Joyce – his full name is F. Gerald Joyce, but he goes by Gerry – is getting ready to retire from the Grand Forks chapter of the Senior Core of Retired Executives (SCORE), the volunteer business counseling and mentoring group that assists fledgling business owners with getting their ideas off the ground. Joyce, now 96, has for decades volunteered in communities where he lived. He credits his commitment to community service to something his mother told him when he was a child.
“What it really gets back to, when I was growing up, kids would say ‘I want this and I want that,’” Joyce told the Herald. “My mother would say, ‘You know we’re struggling to provide your needs, and your wants will have to wait, and remember, it’s better to give than to receive.’ That stuck with me when I got into adulthood.”
Joyce attended a pre-retirement conference while working at J.C. Penney to learn what he could do after he retired. One of those ideas was SCORE. Joyce had a friend in Minnesota who volunteered with the group, and he decided to get involved. The group, at that time, looked very different from what it does today.
There was no office in 1984 for the four SCORE mentors who volunteered then, so Joyce used his connection with the Grand Forks/East Grand Forks Chamber of Commerce to secure office space in the downtown Chamber building. A friend, Joyce said, donated office furnishings to help set up shop.
The office bounced around Grand Forks for years until Steve Moser, a SCORE mentor and former associate dean of the College of Business and Public Administration at UND, helped the group move into the Center for Innovation on campus in early 2019. Joyce took on the role of office manager, a job he created for himself, to help arrange the schedules of the 29 mentors who now work there.
“We got so busy that we need an office manager,” Joyce said, of that job. “This is getting so big that somebody has got to be in charge, and I’d like to do that because I know how to do stuff like that.”
Moser said Joyce came up with other ideas, such as contacting past clients and asking if they need additional help.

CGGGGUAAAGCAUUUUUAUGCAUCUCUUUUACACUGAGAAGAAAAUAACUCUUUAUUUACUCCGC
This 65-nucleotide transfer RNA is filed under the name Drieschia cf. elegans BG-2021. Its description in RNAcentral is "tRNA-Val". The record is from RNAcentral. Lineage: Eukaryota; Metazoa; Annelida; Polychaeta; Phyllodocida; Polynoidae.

“That was something we really hadn’t done before he mentioned that,” Moser said.
Joyce hasn’t limited his community service to SCORE. He joined the Kiwanis Club in 1955 and continues to be a member. He has volunteered at Holy Family Church for the last 35 years, has served on chambers of commerce in multiple communities, as well as on numerous other boards and committees. In 2009, he received the Henry Havig Award – Greater Grand Forks’ business community’s most prestigious award – from the Chamber.
In 1984, the year he first retired, he was asked to run for City Council. He won, served one term on the council, and said a Herald article about his retirement from J.C. Penney made him identifiable to voters when he was campaigning.
“They’d say, ‘Oh, you were the guy who was in the paper,’ so I think that was a lot of free advertising I got, so people knew who I was,” Joyce said.
It was J.C. Penney that brought Joyce to Grand Forks in 1972, when the retail store was located downtown. Six years later, the store moved to the new Columbia Mall. 32nd Avenue South, Joyce recalled, was a gravel road at that time.
Coming to Grand Forks was Joyce’s last stop with J.C. Penney. He started with the company in the early 1940s in Emmetsburg, Iowa, his home town. After serving in the U.S. Army in World War II, where he was stationed at bases around the country and in Germany, he returned to the company and worked at stores in South Dakota, Minnesota and North Dakota.
Joyce is set to once again retire on Wednesday, Sept. 30, at a private party. He told the Herald that SCORE is well-positioned to continue its work, and he won’t lack for things to do in retirement.
“My energy level is not like it used to be,” Joyce said. “SCORE is in good hands, and I think it’s time to just take it easy. I have a lot of flowers around my place, and I kind of have a gift for writing. I do a lot of writing stories about our family, stuff like that. I won’t get bored.”
Joyce lives in Grand Forks with Mary, his wife of 68 years. He has six children, 16 grandchildren and nine great-grandchildren.
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